If you knew there were 3 bags and 2 boxes it would be easy to calculate the number of apples and bananas, and doing so would have the feel of multiplication (containers times fruit per container). In the example above we are required to go the other direction, from (i) to (ii). This feels like the opposite of multiplication, $$\textit{i.e.}$$, division. Matrix notation will make clear what we are "dividing'' by.

The goal of Chapter 2 is to efficiently solve systems of linear equations. Partly, this is just a matter of finding a better notation, but one that hints at a deeper underlying mathematical structure. For that, we need rules for adding and scalar multiplying 2-vectors:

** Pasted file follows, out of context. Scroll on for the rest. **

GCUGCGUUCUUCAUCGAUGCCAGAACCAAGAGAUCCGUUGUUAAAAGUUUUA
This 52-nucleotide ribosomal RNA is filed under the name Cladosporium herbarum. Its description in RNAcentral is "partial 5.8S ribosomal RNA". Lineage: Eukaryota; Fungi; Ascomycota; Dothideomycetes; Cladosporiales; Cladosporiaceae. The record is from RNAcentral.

$c\begin{pmatrix}x\\ y\end{pmatrix}:=\begin{pmatrix}cx\\ cy\end{pmatrix} \mbox{ and } \begin{pmatrix}x\\ y\end{pmatrix}+\begin{pmatrix}x'\\ y'\end{pmatrix}:=\begin{pmatrix}x+x'\\ y+y'\end{pmatrix}.$

Writing our fruity equations as an equality between 2-vectors and then using these rules we have:

$\left.\begin{matrix}2x+6y=20\\ 4x+8y=28\end{matrix}\right\} \Leftrightarrow \begin{pmatrix}2x+6y\\ 4x+8y\end{pmatrix} = \begin{pmatrix}20\\ 28\end{pmatrix} \Leftrightarrow x\begin{pmatrix}2\\ 4\end{pmatrix} + y\begin{pmatrix}6\\ 8\end{pmatrix} = \begin{pmatrix}20\\ 28\end{pmatrix}.$

Now we introduce an operator which takes in 2-vectors and gives out 2-vectors. We denote it by an array of numbers called a $$\textit {matrix}$$.